It should be noted that while historians and railfans often index the six-axle RS-1 model
as either an RSD-1 or RSC-1, Alco itself made no such distinction.
Instead, the builder merely included them all as RS-1s and only
differentiated the three by their designation numbers. According to
Brian Solomon's The American Diesel Locomotive RS-1s were classified
as E1640, E1641, and E1641A; RSD-1s as E1645, E1646, and E1647; and
RSC-1s as E1651. This can likely be explained by the fact that Alco
really never intended to develop a six-axle RS-1 but did so upon request
by the US Army. The Army quickly took to the four-axle model for its
lightweight and comparable horsepower, allowing it to be used in
switching service within bases as well as pulling heavy loads.
For technical information related to the RSC1/RSD1 please click here. However, after initially ordering RS1s and with World War II ongoing the Army wondered if a six-axle, C-C design (meaning all axles were powered) would not only offer more tractive effort but also be more applicable to the lighter rails used in Europe by spreading out the locomotive's 122 tons more evenly. It proved to be quite successful and the Army ordered several batches of RSD-1s beginning in 1942. Interestingly enough, with World War II ongoing and desperately in need of locomotives for the war effort, the Army took the first 13 RS-1s built for the Rock Island, Milwaukee Road, New York, Susquehanna & Western, Atlanta & St. Andrews Bay, and the Tennessee Coal, Iron & Railroad and had Alco convert them all into RSD-1s.
Internally, the Alco RSD1 was essentially the same as the RS1 featuring the turbocharged McIntosh & Seymore model
539T prime mover and was also about the same length, 54 feet, 11 inches
(although some were 55 feet, 5 inches). As usual, still working in conjunction with General Electric and Westinghouse many of the model's internal components like air brakes,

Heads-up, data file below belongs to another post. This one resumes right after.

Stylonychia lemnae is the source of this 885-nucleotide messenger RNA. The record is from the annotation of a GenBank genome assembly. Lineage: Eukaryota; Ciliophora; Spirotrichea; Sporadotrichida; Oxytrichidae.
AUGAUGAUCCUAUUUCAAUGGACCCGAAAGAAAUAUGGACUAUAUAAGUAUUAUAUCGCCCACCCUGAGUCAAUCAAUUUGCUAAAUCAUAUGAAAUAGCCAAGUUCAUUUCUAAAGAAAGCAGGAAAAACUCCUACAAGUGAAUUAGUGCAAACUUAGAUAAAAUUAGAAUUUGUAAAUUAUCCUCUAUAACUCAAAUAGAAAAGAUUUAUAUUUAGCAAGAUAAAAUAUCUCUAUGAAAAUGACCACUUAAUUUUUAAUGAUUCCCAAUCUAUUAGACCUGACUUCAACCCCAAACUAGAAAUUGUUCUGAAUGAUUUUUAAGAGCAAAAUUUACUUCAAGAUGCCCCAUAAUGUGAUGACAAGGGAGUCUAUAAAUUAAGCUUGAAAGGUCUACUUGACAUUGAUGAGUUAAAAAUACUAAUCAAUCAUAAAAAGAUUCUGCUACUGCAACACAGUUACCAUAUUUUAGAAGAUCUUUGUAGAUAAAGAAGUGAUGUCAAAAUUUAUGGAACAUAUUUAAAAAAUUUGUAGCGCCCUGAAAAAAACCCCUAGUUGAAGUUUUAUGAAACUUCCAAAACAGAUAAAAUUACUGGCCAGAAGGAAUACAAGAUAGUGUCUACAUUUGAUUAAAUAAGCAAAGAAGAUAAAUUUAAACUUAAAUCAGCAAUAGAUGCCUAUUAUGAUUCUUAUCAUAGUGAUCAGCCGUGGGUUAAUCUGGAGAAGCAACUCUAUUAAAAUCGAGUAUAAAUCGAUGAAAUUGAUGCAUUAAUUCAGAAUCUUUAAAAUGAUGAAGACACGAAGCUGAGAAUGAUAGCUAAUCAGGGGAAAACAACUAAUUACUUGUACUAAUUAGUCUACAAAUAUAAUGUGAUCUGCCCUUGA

air compressors, and traction motors came from these companies.
Interestingly, Alco stuck with the six-axle design producing later
versions (although some featured an A1A design, or the center-axle
unpowered) like the RSC-2, RSD-4, and RSD-7.
Total Production Of Alco RSD1s
|U.S. Army||8013-8056, 8600-8699||144||1942-1946|
|National de Mexico||5700-5705||6||1946|
Total Production Roster Of MRS1s
|U.S. Army||B2041-B2084, 2085-2123||83||1953|
Total Production Roster Of RSC1s
|Sao Paulo Railway (Brazil)||500-503||4||1946|
six-axle RS models, while
providing more traction and greater weight distribution (making them
ideal for heavy drag service, even on light branch lines), were never as
popular as their B-B counterparts.
In, all some 250+ Alco RSD1s were produced; 247 for the US
Army (including the 83 MRS-1s the Army purchased in 1953), 4 for Sao
Paulo Railway of Brazil (which purchased the A1A-A1A RSC-1), and 6 for
National de Mexico. More information about these locomotives can be found in the production roster listed above. Of the dozen units preserved three are known to be operational; U.S. Army #8018 at the Orange Empire Railway Museum as well as U.S. Army #8669 and #8677 at the Tennessee Valley Railroad Museum. To read more about other Alco Road-Switcher (RS) models please visit the Diesel Locomotives section of the site, which can be reached from the top of this page.
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